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Inside The Fight to Save Video Game History

Video game history is lost faster than we can preserve it.

In February, Nintendo announced it would shut down its 3DS and Wii U storefronts. While the closure is an inevitable part of the life cycle of those long since sunset consoles, the move sparked anger, disappointment, and even fear as fans lamented the loss of access to digitally exclusive 3DS and Wii U titles. With console gaming entering its ninth generation, the digital storefronts from the previous generations are slowly disappearing, taking with them thousands of digital-only games and DLC. Combined with the decline of physical media in favor of subscription services and digital distribution, it’s getting harder for people to play older games and harder still for the games of the present to be preserved for the future.

That is, if you want a legal way to play them. As games age and as companies continue to remove the means to properly purchase and download them, people are looking at other, less than legitimate options to continue to play the games they enjoy. It’s created tension between players and companies. While it’s unrealistic to expect publishers to maintain their prolific libraries in perpetuity, it’s also not ideal that large swathes of games can, at any time, just disappear on the whims of the store operator.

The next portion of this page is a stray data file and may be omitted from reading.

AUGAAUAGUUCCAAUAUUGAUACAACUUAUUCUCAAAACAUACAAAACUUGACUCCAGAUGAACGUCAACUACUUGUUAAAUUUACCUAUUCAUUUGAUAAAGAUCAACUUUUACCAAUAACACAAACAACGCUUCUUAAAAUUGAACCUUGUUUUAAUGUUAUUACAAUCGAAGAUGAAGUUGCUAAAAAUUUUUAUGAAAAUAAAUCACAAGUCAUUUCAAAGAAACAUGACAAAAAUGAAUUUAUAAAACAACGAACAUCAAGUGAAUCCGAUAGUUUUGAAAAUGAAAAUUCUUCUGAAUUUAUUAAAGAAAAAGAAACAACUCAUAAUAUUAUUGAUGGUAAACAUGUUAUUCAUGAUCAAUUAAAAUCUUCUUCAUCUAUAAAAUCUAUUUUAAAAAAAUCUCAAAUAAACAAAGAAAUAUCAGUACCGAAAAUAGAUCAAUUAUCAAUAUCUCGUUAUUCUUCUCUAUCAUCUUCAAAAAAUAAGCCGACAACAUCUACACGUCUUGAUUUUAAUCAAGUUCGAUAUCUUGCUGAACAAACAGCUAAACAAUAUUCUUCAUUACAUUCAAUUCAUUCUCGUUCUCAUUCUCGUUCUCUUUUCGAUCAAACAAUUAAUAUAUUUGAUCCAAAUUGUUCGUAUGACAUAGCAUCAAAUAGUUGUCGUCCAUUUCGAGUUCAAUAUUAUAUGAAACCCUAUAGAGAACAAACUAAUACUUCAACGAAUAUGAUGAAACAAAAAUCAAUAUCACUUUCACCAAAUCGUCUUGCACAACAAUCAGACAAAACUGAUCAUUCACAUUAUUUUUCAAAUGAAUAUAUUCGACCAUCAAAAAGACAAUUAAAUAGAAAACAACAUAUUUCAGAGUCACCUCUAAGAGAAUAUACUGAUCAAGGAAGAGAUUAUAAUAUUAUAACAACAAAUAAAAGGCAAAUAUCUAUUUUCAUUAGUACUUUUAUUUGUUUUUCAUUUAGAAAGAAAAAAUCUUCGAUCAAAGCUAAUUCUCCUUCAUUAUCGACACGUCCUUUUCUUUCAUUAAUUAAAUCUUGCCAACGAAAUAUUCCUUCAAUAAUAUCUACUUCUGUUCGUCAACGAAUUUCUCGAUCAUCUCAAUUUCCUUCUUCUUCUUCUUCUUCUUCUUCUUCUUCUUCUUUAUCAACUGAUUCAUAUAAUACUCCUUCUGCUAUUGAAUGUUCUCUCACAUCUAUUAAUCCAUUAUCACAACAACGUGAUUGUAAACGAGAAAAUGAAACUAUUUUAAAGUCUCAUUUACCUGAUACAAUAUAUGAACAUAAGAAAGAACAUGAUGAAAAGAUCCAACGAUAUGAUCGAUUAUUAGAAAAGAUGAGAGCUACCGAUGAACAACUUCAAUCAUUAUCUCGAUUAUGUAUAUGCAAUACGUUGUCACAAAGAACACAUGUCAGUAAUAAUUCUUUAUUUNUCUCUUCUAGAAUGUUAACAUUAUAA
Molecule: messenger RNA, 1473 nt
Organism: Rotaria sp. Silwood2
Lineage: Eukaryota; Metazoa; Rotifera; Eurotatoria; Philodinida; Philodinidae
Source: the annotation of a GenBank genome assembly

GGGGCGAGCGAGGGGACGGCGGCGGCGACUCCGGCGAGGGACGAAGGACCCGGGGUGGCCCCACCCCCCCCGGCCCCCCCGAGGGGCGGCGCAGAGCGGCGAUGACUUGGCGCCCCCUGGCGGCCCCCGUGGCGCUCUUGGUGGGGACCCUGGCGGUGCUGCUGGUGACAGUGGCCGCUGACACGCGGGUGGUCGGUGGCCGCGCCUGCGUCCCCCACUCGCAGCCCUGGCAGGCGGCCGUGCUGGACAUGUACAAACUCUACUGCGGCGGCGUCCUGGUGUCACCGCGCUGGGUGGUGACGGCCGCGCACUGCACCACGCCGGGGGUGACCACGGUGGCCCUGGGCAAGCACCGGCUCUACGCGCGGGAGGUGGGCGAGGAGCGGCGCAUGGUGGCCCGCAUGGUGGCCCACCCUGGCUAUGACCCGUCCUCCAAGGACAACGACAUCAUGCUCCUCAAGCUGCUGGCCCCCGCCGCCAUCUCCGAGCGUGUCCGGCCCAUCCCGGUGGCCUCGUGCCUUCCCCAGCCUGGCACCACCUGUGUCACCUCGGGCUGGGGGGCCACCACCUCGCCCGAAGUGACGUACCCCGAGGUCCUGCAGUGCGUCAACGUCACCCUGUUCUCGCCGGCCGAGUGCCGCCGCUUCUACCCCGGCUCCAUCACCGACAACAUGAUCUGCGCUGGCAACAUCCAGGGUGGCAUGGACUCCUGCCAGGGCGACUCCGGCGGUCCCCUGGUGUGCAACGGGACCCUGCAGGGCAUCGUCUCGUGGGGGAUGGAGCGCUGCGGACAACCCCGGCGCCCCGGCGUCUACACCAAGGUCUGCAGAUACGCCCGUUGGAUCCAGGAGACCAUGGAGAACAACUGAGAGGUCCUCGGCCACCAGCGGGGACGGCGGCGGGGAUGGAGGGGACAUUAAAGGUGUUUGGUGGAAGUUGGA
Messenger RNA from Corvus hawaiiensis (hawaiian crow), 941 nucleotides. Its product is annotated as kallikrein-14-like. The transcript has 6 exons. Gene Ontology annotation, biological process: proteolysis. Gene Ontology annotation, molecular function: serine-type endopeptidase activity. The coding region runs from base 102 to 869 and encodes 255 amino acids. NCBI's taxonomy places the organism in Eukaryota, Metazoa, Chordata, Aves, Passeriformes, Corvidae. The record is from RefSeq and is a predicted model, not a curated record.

So how can we ensure that older games can be enjoyed by future generations without the expense of maintaining aging digital infrastructure or violating existing copyright laws? Video game preservationists are doing the work at the intersection between these two points.

Frank Cifaldi and Kelsey Lewin are co-directors of the Video Game History Foundation, a non-profit organization dedicated to the preservation of gaming’s relatively short but impactful history.

“We believe video games are part of our culture and that people should be able to have the tools and resources to study them,” Lewin told The Verge.

Institutions like The Video Game History Foundation and the Museum of Art and Digital Entertainment (MADE) work to preserve games in a number of ways. They maintain physical copies of older games and the hardware needed to play them. They also copy software for preservation on hard drives saving them from fragile physical cartridges. They even alter a game’s source code so games with online requirements can still be played after their authentication servers have gone offline.

Games are an interactive medium. In order for any of this work to mean something, the games that have been rescued from the great digital garbage heap need to be available for people to play. In other words, there’s no point in saving a game if nobody can play it — and this is where video game preservationists and video game publishers clash.